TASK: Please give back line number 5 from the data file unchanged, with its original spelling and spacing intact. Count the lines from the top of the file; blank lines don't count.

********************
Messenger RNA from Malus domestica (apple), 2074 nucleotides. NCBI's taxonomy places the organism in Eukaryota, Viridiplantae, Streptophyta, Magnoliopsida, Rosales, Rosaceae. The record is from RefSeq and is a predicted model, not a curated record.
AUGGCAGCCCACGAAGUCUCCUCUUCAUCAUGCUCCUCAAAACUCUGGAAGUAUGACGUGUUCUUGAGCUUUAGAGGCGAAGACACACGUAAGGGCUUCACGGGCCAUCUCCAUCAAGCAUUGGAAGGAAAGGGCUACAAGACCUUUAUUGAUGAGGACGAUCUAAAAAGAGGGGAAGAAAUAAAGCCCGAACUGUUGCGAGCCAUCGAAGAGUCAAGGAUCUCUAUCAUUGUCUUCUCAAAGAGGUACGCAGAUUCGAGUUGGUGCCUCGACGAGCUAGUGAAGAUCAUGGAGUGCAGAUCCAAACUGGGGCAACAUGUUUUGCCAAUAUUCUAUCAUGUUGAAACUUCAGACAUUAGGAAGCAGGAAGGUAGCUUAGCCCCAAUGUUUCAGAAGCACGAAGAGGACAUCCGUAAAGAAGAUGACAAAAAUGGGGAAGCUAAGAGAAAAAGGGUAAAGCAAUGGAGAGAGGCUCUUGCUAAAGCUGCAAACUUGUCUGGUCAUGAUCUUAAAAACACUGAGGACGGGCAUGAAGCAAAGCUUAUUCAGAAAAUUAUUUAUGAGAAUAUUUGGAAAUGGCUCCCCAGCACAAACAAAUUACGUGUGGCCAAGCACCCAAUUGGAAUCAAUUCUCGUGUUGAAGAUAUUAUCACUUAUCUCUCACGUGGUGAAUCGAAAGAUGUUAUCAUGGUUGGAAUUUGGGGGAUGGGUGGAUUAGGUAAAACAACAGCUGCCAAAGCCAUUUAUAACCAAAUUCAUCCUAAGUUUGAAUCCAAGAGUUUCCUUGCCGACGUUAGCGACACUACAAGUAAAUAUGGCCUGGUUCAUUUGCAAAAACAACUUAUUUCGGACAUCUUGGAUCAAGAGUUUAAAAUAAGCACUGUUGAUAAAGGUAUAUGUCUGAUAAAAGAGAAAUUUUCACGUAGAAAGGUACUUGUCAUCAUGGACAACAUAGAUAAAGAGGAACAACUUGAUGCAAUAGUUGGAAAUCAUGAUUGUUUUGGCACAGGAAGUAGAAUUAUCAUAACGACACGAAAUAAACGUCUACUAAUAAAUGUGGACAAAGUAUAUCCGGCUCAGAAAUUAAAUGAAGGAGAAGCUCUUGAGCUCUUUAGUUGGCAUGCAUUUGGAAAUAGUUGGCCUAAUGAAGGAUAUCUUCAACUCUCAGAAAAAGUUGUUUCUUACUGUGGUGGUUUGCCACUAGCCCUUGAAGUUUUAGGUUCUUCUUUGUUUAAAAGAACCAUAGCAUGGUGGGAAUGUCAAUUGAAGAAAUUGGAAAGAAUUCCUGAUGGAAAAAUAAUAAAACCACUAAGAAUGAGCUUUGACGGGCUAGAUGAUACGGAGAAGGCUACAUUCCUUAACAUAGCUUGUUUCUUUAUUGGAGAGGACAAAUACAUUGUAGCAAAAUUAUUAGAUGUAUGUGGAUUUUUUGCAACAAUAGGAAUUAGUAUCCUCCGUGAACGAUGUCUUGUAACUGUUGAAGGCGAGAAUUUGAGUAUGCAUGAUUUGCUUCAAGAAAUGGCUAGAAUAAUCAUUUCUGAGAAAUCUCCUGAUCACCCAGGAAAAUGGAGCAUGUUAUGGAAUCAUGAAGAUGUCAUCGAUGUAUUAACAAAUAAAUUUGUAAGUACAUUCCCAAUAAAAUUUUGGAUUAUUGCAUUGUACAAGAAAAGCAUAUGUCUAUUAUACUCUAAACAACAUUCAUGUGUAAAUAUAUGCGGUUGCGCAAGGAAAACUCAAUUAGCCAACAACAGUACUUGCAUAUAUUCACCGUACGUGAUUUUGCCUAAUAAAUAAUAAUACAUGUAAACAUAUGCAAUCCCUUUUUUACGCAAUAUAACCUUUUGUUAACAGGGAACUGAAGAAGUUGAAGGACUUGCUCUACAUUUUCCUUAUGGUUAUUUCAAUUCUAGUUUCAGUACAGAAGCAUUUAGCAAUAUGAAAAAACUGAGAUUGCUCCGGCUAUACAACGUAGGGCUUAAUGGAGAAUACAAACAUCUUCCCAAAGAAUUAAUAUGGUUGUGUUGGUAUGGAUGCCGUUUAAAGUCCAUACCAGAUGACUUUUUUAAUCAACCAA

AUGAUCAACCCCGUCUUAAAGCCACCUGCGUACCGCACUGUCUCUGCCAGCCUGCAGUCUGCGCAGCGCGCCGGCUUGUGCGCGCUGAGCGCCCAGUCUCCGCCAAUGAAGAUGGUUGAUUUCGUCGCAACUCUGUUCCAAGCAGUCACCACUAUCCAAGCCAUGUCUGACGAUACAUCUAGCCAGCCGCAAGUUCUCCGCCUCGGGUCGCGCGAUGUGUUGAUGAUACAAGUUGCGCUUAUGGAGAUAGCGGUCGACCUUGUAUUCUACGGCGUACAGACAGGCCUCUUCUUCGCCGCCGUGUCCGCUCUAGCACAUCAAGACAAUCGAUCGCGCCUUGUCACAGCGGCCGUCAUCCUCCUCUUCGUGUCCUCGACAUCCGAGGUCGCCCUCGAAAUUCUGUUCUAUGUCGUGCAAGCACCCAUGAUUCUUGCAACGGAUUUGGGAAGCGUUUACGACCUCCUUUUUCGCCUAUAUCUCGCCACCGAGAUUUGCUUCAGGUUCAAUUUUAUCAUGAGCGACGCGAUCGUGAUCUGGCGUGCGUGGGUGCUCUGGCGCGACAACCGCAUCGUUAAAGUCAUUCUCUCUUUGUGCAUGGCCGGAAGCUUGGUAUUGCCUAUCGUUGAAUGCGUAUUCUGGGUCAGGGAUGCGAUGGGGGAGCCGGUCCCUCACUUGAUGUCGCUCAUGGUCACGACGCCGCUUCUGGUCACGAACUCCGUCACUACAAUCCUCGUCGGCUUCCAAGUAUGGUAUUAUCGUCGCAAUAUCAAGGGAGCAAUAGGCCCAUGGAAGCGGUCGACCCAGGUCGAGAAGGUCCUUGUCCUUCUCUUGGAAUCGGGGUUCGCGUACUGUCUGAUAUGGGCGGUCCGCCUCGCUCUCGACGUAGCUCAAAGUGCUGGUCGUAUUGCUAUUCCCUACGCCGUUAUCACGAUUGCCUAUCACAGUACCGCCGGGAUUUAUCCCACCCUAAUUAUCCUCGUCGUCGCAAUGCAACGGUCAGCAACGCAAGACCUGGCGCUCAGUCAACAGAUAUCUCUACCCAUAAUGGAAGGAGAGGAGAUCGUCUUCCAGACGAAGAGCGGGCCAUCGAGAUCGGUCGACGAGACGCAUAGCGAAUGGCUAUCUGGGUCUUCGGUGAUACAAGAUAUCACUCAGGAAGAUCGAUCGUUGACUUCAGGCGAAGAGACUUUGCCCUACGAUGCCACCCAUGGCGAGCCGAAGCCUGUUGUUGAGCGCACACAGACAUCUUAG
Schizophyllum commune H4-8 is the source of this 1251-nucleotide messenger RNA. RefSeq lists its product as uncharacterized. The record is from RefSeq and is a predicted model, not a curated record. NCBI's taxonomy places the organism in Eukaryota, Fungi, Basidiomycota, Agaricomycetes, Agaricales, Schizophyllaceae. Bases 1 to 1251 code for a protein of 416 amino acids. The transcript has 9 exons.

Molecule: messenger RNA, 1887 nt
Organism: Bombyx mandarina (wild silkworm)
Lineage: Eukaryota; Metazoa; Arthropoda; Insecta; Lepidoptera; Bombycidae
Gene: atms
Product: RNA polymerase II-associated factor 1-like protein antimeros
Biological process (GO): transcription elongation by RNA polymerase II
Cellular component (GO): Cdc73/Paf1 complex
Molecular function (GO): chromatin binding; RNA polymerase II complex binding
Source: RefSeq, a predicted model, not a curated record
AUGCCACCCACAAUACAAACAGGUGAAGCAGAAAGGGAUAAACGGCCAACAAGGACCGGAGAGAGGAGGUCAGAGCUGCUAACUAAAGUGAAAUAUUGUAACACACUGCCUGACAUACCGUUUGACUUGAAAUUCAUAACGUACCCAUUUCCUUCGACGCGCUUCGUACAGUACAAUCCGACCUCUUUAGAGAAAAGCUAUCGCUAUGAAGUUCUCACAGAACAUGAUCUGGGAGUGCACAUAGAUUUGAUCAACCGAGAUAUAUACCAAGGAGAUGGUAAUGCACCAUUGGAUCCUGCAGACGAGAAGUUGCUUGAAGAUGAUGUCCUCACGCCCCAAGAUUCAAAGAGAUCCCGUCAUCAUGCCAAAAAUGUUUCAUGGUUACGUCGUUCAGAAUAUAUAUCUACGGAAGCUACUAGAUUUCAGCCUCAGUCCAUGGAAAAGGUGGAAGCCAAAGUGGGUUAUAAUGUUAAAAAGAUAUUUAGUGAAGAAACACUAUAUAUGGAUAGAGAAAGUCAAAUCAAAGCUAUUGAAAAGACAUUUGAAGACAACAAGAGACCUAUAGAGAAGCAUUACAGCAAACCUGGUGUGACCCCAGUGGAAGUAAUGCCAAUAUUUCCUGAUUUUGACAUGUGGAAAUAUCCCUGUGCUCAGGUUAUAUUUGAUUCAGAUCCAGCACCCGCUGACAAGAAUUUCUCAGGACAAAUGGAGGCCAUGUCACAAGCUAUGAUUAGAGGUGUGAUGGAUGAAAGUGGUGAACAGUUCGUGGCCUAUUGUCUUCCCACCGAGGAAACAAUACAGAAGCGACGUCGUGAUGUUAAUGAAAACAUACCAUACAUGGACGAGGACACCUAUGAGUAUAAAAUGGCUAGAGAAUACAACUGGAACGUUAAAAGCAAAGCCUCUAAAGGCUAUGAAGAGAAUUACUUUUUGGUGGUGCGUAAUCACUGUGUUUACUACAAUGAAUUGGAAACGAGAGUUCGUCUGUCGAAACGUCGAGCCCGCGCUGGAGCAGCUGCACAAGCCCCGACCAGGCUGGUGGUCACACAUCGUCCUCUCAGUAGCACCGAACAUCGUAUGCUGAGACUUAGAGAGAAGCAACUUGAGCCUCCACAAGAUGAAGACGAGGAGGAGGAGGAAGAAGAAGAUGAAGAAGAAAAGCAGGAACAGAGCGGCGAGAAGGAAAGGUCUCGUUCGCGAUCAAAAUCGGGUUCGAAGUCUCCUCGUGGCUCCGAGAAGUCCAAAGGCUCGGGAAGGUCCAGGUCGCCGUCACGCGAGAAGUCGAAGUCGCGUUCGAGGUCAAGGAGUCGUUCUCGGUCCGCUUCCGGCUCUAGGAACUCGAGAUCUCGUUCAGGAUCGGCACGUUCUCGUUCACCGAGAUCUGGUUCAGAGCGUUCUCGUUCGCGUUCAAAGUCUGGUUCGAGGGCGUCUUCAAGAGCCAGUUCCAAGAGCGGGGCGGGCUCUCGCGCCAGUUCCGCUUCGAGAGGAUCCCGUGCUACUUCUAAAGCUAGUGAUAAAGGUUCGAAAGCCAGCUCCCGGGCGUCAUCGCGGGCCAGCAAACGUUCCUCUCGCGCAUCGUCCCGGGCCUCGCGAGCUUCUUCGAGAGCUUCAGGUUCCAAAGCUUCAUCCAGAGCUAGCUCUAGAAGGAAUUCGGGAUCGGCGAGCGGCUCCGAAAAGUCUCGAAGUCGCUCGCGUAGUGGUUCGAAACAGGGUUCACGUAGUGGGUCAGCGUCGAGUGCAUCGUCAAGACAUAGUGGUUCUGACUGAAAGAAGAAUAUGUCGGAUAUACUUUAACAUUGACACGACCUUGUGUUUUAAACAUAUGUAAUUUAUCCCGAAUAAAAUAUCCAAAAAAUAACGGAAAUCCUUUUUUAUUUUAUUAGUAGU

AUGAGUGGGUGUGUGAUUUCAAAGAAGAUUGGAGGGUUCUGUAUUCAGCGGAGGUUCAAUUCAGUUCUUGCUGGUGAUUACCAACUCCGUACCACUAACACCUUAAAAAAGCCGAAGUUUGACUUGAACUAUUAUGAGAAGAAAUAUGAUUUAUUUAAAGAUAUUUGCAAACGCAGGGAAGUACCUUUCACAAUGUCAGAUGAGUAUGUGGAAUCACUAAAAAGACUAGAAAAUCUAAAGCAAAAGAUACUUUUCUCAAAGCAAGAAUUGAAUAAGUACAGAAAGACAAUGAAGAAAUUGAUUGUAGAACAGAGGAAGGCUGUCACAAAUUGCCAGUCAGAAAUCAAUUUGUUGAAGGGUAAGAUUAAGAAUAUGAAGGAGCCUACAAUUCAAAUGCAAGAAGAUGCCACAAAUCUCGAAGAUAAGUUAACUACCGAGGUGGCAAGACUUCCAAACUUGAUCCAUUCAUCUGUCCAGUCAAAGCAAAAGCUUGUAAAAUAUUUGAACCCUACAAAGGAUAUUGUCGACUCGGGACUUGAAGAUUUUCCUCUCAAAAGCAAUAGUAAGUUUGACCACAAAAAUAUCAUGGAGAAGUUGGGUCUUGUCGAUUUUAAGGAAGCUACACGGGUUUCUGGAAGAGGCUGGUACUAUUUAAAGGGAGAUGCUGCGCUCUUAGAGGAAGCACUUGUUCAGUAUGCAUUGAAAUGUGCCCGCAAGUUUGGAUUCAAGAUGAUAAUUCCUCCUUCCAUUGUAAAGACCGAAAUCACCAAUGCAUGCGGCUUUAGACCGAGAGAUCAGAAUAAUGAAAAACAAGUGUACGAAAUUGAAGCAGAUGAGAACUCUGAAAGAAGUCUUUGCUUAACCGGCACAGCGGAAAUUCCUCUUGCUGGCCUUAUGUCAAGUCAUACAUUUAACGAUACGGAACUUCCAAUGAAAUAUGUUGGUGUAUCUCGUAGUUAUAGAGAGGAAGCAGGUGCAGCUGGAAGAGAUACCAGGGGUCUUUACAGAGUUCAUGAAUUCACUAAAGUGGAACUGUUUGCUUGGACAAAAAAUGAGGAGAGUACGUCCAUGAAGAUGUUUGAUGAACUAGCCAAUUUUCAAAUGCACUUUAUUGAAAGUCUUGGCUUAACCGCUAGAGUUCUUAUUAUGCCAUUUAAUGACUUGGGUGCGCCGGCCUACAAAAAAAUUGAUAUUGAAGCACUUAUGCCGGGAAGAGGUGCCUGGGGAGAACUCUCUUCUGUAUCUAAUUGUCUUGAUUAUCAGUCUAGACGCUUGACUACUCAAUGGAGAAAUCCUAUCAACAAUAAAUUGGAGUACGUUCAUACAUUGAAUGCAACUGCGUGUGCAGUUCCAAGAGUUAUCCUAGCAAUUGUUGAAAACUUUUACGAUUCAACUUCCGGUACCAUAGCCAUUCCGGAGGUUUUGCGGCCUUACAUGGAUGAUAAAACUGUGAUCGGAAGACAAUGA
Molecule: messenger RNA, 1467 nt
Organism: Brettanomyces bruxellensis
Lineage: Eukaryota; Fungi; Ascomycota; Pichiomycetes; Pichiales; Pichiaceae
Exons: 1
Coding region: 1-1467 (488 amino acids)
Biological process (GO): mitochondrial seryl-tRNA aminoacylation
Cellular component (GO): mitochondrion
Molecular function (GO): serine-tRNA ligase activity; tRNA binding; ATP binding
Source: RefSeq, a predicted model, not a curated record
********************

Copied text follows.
Molecule: messenger RNA, 1887 nt